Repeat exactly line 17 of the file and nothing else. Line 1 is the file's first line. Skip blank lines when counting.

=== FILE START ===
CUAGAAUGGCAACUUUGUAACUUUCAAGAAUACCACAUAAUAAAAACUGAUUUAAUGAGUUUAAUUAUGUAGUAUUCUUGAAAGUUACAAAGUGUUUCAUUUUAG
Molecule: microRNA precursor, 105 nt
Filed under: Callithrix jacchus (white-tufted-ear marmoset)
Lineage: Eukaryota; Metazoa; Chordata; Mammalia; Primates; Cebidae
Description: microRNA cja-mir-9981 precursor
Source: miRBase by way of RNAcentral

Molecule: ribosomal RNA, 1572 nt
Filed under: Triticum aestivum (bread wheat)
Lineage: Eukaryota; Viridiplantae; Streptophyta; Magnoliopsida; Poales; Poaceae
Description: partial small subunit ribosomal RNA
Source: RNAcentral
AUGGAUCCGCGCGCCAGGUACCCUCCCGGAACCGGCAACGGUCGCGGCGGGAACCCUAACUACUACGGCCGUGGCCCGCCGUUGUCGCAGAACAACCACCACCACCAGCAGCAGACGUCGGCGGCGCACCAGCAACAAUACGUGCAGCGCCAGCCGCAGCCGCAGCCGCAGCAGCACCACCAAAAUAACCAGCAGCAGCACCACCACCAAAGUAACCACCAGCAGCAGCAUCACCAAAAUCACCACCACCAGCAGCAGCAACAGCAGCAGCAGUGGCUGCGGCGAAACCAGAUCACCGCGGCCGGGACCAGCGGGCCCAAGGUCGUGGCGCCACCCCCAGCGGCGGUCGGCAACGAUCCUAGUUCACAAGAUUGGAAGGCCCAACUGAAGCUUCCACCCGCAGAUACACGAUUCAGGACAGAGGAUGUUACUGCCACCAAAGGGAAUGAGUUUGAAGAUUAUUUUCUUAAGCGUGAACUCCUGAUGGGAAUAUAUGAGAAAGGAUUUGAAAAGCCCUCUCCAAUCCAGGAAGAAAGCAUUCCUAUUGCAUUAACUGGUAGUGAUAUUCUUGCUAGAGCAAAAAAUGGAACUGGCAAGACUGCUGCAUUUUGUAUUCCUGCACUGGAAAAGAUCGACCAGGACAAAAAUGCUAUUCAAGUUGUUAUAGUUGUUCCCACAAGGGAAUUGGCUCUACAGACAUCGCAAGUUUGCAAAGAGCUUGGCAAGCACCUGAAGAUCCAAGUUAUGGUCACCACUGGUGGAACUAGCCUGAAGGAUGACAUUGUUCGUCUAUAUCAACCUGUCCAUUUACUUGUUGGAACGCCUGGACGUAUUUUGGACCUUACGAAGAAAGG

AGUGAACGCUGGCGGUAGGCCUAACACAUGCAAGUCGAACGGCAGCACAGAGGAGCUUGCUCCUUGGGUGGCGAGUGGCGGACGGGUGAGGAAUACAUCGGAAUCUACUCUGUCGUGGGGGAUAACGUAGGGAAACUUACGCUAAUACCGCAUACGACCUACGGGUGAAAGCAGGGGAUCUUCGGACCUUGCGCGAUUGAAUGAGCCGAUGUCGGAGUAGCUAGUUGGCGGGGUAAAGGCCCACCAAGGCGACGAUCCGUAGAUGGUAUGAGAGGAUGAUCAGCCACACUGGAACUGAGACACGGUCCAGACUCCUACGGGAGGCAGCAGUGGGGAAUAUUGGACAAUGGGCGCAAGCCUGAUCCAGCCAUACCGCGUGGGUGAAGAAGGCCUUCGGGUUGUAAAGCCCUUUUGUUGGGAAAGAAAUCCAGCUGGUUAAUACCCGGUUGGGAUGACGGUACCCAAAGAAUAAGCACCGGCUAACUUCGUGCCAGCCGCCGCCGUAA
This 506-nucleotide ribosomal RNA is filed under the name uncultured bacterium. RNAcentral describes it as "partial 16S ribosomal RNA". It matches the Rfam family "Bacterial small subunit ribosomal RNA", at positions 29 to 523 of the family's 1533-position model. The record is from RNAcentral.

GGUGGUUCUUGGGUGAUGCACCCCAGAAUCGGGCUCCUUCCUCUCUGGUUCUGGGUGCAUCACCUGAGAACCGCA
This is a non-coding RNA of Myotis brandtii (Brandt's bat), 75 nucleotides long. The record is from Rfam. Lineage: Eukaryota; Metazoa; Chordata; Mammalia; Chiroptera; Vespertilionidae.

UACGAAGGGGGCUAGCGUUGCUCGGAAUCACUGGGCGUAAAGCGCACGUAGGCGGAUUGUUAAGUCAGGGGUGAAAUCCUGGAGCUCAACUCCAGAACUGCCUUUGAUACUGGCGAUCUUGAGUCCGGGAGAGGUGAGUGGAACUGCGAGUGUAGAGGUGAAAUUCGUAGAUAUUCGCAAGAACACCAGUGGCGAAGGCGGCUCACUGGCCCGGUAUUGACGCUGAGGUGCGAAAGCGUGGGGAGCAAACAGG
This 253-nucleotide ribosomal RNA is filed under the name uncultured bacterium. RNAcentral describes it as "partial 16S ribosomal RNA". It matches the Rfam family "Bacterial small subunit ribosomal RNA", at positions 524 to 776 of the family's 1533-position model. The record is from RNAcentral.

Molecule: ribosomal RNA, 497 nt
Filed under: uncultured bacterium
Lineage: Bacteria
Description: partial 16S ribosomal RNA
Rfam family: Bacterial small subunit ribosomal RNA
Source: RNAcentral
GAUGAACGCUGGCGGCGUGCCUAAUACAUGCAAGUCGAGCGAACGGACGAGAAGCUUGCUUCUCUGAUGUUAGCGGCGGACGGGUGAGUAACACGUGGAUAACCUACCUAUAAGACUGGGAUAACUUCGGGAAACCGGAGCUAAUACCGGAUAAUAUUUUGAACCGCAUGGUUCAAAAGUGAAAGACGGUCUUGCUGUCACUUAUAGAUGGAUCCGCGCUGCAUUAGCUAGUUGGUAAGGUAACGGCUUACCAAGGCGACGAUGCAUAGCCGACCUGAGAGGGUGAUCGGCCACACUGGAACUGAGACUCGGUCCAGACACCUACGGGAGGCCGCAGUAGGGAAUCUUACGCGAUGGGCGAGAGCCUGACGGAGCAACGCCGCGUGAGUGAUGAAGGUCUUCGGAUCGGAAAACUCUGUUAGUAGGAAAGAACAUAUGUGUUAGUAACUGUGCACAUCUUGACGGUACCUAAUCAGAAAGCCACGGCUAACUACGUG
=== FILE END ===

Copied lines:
UACGAAGGGGGCUAGCGUUGCUCGGAAUCACUGGGCGUAAAGCGCACGUAGGCGGAUUGUUAAGUCAGGGGUGAAAUCCUGGAGCUCAACUCCAGAACUGCCUUUGAUACUGGCGAUCUUGAGUCCGGGAGAGGUGAGUGGAACUGCGAGUGUAGAGGUGAAAUUCGUAGAUAUUCGCAAGAACACCAGUGGCGAAGGCGGCUCACUGGCCCGGUAUUGACGCUGAGGUGCGAAAGCGUGGGGAGCAAACAGG